TOMS RIVER, NJ – It looks like embattled Toms River Mayor Maurice “Mo” Hill could be facing his own recall after hundreds of residents in Toms River reported getting a robocall in the past seven days asking them if they would support a recall of Hill and his counterparts on the Toms River council.
It is unknown who initiated the call at this time and we have been unable to confirm which polling company performed the call, but we were able to obtain audio of the call from one of our readers.
The poll asked four questions of Hill’s performance as mayor.
“Mayor Mo Hill has agreed to reduce the acreage requirement for houses of worship. Based on this decision, would you support recalling Mayor Hill? Press 1 if you support recalling mayor Hill, press 2 if you do not support a recall,” the woman on the call asked in the first question.
Hill has been under fire for wanting to change the township’s house of worship zoning rules which he has been lobbied by his political ally Scott Gartner. Gartner threatened to sue the township if the ten-acre minimum zoning was not changed, but eventually dropped his threat and donated thousands of dollars to Hill’s 2019 election campaign. In the year since winning, Hill has worked feverishly to reduce the zoning to two-acres.
Hill has publicly denied his agenda to lower the zoning limit, but his fellow councilwoman, Democrat Laurie Huryk called him a liar in an Asbury Park Press story on the matter.
“Mayor Hill is approving 500 more apartments in Downtown Toms River. Based on this decision, would you support recalling mayor hill, press 1 if you support recalling Mayor Hill, press 2 if you do not support a recall,” was the second question of the robocall.
Hill has partnered with North Jersey development firm Capodaglia Properties to erect a massive 500-unit apartment building downtown near the Irons Street parking lot.
“Mayor Hill increased Toms River property taxes by the largest percentage in 13 years. Based on this decision, would you support recalling Mayor Hill? Press 1 if you support recalling mayor Hill, press 2 if you do not support a recall,” the third question asked.
Hill proposed an initial tax increase in 2020 of 7% but was later forced to reduce it to 6%, becoming the largest tax raise in the township in over a decade.
The final question polled residents about whether or not they would also recall township council members Matt Lotano, Kevin Geoghegan Josh Kopp and Maria Maruca.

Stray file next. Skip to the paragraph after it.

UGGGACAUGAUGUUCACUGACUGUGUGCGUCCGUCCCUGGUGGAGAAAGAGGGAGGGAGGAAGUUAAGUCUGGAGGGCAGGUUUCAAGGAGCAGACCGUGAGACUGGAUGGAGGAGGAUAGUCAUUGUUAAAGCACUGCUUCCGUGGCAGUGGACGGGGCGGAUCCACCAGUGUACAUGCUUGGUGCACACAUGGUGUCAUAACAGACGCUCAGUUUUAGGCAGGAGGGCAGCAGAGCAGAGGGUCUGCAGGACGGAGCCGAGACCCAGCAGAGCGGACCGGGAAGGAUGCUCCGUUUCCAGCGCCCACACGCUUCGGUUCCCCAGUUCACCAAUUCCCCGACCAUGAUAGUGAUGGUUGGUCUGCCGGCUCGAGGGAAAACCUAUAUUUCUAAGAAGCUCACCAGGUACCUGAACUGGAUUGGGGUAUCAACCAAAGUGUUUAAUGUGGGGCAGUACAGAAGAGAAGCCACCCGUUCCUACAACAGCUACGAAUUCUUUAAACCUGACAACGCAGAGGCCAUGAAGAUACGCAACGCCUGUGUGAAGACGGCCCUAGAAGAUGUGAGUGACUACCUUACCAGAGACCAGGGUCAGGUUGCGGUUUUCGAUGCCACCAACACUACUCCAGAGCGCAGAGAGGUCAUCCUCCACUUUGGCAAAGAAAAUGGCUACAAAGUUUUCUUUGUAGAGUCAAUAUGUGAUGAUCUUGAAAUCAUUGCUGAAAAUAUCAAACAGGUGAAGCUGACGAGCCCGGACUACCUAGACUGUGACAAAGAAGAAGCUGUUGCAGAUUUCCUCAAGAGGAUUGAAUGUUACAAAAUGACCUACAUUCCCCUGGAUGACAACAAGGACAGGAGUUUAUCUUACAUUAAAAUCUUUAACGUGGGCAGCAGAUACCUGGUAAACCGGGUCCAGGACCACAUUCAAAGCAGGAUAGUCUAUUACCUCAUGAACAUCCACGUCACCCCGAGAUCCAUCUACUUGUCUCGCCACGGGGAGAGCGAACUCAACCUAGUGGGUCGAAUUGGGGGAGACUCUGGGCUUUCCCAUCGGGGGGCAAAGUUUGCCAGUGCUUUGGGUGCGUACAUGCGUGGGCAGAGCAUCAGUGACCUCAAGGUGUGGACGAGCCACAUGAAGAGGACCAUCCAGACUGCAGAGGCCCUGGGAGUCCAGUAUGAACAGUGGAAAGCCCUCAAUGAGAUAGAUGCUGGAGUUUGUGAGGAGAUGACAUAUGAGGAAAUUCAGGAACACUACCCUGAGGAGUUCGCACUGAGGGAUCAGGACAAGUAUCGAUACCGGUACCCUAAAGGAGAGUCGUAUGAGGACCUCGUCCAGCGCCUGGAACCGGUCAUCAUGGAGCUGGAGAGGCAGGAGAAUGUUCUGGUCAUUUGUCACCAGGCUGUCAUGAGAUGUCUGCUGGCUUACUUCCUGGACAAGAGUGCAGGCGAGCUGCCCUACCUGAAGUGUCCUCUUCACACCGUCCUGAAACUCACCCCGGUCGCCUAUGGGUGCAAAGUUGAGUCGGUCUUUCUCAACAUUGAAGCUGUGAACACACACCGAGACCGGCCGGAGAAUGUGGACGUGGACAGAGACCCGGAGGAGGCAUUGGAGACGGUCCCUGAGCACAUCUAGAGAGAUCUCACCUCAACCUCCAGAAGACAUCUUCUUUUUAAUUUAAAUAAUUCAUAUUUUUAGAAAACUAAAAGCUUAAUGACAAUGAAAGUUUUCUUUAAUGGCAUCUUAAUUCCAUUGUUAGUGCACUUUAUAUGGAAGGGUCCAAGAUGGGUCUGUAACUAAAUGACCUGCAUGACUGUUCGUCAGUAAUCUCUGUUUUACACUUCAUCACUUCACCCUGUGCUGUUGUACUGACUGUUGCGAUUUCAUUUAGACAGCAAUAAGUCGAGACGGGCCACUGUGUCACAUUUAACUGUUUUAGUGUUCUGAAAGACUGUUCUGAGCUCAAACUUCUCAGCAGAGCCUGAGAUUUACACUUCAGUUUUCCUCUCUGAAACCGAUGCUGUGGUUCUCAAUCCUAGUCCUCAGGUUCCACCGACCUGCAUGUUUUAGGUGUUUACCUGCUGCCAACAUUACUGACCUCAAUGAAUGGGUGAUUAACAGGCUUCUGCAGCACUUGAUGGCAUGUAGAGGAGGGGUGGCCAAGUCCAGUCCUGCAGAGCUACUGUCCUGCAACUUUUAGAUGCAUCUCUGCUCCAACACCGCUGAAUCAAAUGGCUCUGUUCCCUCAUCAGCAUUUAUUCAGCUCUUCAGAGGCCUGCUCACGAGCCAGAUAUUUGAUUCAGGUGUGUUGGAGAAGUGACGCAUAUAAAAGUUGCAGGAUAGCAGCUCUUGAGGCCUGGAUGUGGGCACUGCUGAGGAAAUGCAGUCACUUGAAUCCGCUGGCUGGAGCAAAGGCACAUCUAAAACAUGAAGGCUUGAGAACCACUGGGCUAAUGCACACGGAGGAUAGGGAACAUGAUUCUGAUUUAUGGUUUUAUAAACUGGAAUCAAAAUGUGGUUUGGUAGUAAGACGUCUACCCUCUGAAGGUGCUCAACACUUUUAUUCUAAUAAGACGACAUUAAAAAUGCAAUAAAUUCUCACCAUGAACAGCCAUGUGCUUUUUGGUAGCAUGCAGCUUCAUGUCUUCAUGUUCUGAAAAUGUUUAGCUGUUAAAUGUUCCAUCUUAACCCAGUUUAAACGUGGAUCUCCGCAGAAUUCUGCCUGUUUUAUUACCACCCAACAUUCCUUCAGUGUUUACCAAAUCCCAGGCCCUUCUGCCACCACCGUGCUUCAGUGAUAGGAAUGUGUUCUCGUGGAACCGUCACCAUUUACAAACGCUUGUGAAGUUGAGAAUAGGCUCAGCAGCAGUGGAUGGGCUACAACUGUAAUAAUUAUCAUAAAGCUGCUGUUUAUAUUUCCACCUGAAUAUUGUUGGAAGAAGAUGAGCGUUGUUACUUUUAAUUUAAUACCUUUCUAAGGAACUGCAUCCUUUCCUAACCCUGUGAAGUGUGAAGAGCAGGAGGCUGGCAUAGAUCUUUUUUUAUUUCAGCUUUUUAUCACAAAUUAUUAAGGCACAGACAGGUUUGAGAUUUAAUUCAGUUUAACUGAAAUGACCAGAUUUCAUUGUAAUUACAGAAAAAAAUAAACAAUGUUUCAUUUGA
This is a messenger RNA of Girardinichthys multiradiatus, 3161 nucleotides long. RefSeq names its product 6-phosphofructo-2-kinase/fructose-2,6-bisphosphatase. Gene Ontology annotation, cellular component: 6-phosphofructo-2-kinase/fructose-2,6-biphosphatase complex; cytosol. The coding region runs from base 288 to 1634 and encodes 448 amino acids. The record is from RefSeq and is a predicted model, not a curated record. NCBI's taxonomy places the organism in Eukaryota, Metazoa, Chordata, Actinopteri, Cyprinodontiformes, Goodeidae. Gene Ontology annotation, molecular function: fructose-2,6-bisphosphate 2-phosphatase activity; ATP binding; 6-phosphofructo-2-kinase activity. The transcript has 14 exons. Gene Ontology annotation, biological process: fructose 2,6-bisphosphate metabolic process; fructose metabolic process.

“Councilman Lotano, Councilman Geoghegan, Councilman Kopp, and Councilwoman Maruca, voted to support Mayor Hill in each of these decisions. Would you support recalling members of the council who supported Mayor Hill’s policies? Press 1 if you support recalling these members of council, press 2 if you do not support a recall,” the caller asked.
The four Hill allies have essentially rubber-stamped Hill’s entire agenda since he took office in January of 2020, including sketchy land deals, questionable patronage hires and a botched auction in which Hill has been accused of rigging a public land auction in favor of a political ally on the Lakewood Township Planning Board.
It’s not sure how many residents received the phone call or how many responded. So far, according to the State’s election commission, no formal petitions to recall Hill or his council allies have been filed.
A petition to recall Hill could be very easy as during COVID-19 New Jersey is now allowing the collection of digital signatures for all political activities, including recalls. Toms River would need 15,000 signatures to successfully recall the mayor and he is now in an eligible period to be recalled, according to the law.
Recalling an unsatisfactory elected official is a right inherited to New Jersey residents by the state’s constitution.
“The people reserve unto themselves the power to recall, after at least one year of service, any elected official in this State or representing this State in the United States Congress. The Legislature shall enact laws to provide for such recall elections. Any such laws shall include a provision that a recall election shall be held upon petition of at least 25% of the registered voters in the electoral district of the official sought to be recalled,” the state constitution reads. “If legislation to implement this constitutional amendment is not enacted within one year of the adoption of the amendment, the Secretary of State shall, by regulation, implement the constitutional amendment, except that regulations adopted by the Secretary of State shall be superseded by any subsequent legislation consistent with this constitutional amendment governing recall elections. The sufficiency of any statement of reasons or grounds procedurally required shall be a political rather than a judicial question.”